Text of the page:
It appears that all little girls love Disney princesses. There are very few exceptions. My daughter loves them too. It's somewhat embarrassing because it's so unoriginal and predictable. In fact, the little girl who lives downstairs from us sends her daddy off to work by saying, "See you later, Prince Charming!" So, whenever my daughter tries to call me Prince Charming, I tell her that Prince Charming lives in apartment 3B. Read »

I’ve known many people in my life who are smart and talented yet somehow cannot manage their own lives well. I’ve always been puzzled and fascinated by this phenomenon. I figured there must be some careers perfect for their intelligence and talent. The only problem, I thought, was that they weren’t aware of these careers. In fact, most career orientations offered at schools are based on the same premise. It’s an encouraging and exciting premise too, like finding a Mr. or Ms. Perfect. Needless to say, I’ve never succeeded in finding such a career for anyone. So, at one point, I began doubting my own premise. Maybe the problem does not lie in the careers they choose, but in everything else that they have to deal with no matter which careers they choose. In other words, it’s not about what they want to do; it’s about what they don’t want to do but have to. Read »

According to the recent article in New Yorker, the kids who can delay their gratification are more likely to succeed later in life. What troubles me about this type of research is that they all have a bias towards measurable qualities. Now, you might ask, "Duh, why would you conduct a research on something that's not measurable?" True, "research" by definition would have to be about things that are measurable. That in and of itself does not bother me. What troubles me is the fact that the conclusions of these studies often assume that the measurable qualities are superior to the immeasurable ones, and they end up recommending you to pay more attention to the former at the expense of the latter. Read »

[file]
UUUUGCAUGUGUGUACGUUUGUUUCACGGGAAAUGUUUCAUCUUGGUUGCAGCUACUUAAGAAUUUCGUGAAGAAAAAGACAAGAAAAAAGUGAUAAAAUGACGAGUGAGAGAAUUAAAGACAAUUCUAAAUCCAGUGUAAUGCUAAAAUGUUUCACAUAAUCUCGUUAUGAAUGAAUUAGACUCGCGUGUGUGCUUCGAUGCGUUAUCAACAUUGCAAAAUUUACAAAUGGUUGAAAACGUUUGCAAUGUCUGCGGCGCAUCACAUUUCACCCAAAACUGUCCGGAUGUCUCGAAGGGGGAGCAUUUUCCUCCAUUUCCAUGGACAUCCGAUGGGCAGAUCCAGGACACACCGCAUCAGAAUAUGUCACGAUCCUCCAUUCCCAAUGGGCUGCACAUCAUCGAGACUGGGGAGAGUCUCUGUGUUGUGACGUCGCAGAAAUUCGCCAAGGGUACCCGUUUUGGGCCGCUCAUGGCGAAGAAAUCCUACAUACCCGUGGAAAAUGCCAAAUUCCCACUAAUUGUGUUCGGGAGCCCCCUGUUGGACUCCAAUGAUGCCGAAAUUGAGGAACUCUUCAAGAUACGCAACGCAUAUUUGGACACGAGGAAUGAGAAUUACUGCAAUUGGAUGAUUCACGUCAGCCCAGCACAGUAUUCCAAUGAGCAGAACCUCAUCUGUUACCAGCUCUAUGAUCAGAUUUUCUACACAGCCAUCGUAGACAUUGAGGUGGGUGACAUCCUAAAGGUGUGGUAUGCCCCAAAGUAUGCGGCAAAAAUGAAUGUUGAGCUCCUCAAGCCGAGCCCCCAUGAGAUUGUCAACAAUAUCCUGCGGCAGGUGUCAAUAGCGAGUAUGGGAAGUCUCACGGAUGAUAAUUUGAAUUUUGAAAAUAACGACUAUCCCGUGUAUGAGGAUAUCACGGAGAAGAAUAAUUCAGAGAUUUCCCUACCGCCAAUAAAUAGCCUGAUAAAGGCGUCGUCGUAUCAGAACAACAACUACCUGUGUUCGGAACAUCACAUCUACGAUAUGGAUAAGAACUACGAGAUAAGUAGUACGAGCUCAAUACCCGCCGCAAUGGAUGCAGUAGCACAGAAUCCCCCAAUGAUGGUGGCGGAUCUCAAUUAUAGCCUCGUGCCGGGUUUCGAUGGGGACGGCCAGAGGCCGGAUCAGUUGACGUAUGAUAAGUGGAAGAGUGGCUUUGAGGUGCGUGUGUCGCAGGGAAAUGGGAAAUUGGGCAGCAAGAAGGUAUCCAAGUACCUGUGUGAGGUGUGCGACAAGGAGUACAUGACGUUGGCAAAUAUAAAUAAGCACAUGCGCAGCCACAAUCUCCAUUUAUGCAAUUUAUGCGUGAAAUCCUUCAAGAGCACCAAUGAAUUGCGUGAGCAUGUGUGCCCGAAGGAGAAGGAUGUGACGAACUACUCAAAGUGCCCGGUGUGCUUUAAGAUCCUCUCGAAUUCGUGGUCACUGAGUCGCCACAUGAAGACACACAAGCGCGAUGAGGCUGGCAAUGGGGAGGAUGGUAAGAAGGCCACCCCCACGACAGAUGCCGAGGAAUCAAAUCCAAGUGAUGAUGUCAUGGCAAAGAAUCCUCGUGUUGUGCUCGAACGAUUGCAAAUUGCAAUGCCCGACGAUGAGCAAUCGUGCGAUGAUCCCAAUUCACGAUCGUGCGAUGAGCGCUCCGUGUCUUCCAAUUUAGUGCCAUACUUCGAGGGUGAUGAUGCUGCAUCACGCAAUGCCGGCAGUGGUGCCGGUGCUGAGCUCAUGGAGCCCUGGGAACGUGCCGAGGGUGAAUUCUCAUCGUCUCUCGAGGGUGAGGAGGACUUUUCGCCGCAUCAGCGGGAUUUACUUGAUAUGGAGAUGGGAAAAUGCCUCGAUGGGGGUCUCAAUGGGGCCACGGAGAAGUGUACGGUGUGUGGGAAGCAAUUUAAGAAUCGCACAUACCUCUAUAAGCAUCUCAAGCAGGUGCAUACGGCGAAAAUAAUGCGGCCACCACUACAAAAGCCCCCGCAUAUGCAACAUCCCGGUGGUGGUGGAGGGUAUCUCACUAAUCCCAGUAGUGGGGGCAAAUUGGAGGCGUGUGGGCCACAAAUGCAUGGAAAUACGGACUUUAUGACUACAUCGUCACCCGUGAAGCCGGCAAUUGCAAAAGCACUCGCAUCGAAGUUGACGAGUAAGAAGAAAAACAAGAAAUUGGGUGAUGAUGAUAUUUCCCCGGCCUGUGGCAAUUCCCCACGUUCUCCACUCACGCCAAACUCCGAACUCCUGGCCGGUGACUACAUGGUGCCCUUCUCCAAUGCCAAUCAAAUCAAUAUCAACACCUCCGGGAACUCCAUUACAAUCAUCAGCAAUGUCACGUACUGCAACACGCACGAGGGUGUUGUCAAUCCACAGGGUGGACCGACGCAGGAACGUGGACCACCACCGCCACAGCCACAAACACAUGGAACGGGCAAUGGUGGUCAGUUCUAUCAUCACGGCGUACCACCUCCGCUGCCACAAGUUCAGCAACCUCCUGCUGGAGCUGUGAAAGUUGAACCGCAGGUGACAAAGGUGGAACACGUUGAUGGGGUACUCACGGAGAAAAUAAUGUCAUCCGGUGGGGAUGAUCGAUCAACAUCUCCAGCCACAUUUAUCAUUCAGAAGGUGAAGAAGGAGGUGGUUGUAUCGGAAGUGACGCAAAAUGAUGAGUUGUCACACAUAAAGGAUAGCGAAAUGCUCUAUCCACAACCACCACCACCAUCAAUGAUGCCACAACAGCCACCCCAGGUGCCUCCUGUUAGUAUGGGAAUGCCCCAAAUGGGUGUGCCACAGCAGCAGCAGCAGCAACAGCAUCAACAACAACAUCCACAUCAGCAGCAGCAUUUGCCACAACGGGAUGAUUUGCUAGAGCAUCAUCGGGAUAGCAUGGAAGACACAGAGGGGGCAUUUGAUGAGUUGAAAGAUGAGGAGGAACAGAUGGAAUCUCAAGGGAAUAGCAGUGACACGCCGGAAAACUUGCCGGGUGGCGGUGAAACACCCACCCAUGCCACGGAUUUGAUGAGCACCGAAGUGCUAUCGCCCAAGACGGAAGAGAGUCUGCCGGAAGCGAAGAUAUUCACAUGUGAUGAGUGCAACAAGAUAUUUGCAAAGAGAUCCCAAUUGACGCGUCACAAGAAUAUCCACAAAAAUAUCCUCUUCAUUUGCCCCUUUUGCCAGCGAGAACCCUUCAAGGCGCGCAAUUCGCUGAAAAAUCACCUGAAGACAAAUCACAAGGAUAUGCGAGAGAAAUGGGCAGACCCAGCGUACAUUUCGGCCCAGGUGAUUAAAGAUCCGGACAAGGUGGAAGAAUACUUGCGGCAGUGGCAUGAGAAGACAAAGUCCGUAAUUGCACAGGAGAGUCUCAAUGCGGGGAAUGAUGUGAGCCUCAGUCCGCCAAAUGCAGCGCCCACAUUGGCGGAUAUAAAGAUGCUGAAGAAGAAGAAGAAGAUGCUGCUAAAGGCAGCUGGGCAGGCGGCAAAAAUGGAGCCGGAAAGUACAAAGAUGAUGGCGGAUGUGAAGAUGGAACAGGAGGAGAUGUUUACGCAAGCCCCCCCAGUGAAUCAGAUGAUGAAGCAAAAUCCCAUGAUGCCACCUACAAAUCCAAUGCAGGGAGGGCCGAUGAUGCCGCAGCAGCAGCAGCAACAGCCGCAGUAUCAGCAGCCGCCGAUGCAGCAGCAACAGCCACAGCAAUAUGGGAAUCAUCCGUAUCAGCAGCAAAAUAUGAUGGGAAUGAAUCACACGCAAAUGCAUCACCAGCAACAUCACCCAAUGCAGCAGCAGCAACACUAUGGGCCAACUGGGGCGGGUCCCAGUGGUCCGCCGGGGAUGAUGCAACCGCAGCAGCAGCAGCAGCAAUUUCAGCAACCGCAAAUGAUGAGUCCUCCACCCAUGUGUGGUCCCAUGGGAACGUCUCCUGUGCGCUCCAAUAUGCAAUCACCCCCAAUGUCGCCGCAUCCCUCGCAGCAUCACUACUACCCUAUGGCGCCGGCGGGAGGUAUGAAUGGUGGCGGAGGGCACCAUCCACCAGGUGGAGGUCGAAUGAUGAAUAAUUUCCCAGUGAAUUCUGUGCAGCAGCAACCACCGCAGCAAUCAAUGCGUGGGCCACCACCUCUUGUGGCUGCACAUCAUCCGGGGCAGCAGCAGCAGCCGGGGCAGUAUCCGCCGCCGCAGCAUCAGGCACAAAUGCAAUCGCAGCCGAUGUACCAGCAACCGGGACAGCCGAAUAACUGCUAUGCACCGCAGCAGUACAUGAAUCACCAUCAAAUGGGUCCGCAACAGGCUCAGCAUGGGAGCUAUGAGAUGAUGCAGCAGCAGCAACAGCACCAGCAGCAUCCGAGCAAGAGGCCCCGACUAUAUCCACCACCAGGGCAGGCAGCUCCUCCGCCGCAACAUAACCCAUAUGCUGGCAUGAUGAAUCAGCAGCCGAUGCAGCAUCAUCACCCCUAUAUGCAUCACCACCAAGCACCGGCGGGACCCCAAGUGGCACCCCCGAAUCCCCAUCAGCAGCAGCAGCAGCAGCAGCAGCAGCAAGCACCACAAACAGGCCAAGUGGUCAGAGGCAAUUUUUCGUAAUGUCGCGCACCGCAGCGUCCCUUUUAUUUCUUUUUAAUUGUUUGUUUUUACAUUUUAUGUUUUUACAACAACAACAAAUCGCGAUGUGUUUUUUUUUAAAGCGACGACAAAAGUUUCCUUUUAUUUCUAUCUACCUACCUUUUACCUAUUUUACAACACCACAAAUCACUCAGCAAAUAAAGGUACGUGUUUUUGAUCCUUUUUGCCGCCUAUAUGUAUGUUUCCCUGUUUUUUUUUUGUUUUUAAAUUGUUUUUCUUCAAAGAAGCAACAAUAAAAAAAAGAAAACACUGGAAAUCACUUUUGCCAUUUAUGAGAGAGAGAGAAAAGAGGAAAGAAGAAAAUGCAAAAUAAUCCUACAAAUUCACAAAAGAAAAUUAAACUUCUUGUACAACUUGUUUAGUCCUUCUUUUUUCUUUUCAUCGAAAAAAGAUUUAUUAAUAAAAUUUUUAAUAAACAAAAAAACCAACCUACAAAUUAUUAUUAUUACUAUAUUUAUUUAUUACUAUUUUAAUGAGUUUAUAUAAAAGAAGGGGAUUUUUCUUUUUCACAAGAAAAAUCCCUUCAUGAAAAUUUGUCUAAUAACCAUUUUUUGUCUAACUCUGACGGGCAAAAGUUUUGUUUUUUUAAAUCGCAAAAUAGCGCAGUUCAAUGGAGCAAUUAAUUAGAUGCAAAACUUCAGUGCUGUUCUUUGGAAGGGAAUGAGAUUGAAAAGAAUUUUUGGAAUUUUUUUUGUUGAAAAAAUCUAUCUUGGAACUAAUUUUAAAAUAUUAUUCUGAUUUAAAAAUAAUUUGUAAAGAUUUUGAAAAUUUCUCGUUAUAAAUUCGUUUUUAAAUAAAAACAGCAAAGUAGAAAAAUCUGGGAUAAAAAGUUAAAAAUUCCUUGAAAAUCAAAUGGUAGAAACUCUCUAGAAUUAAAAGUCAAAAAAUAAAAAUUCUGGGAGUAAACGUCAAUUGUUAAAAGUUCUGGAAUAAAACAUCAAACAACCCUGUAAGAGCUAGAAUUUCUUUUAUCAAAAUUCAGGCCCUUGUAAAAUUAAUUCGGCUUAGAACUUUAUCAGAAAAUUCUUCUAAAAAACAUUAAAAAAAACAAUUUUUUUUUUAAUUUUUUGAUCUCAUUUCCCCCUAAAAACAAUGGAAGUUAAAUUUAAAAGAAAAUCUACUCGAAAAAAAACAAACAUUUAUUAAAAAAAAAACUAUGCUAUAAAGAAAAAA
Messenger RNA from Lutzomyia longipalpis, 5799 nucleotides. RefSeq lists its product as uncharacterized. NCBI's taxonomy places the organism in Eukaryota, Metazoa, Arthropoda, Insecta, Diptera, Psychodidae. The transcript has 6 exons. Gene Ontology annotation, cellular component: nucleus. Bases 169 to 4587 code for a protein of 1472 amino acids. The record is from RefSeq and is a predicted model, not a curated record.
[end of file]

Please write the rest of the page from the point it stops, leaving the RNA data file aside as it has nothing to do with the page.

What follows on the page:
The artist Jenny Holzer said in her work: “The abuse of power comes as no surprise.” I share the same view. In this essay, I want to persuade you to use search engines other than Google because it could come as no surprise that Google’s dominance in the search engine market leads to abuse. Don’t get me wrong: I love many of Google’s products, and I use them every day. I’m not bashing Google as a company. My argument has to do with their dominance in the search engine market, and why it is in our own interest to help others be competitive with Google. Google essentially has a monopoly in this market and a monopoly can happen even if a company has no intention of monopolizing or have no predatory business practices. English as a language, for instance, has a monopolistic power, because our desire to have a universal language is strong. Nevertheless, a monopoly is a powerful and dangerous force because the abuse of that power can happen almost unconsciously to the holders of the power. Read »

I think we often underestimate the value of small talk. I should know, because small talk is something I’m really bad at. When I go to a party, I often start talking about serious issues, business, and/or highly technical things, and within minutes, I’m standing alone in the middle of a crowd. If you intellectually think about the idea of small talk, everyone tends to dismiss it as being superficial and pointless, but it must have a very important social function, otherwise people would not do it so often (and otherwise I should be the life of the party). Read »

I have a 4-year old girl. As a father, the experience of raising a girl has been enlightening to say the least. It has given me an insight into what girls and women experience as they grow up. Firstly, I am now thoroughly convinced that many of the feminist arguments about the environment causing girls to want to be beautiful, be nurturing, love the color pink, etc., are wrong. Those arguments must be coming from feminists who have never had children of their own. If you do have your own, you would have to be blind to think that. Not just my own girl, but her friends too, required no effort, encouragement, nor even introduction for them to love all things pink and glittery. Read »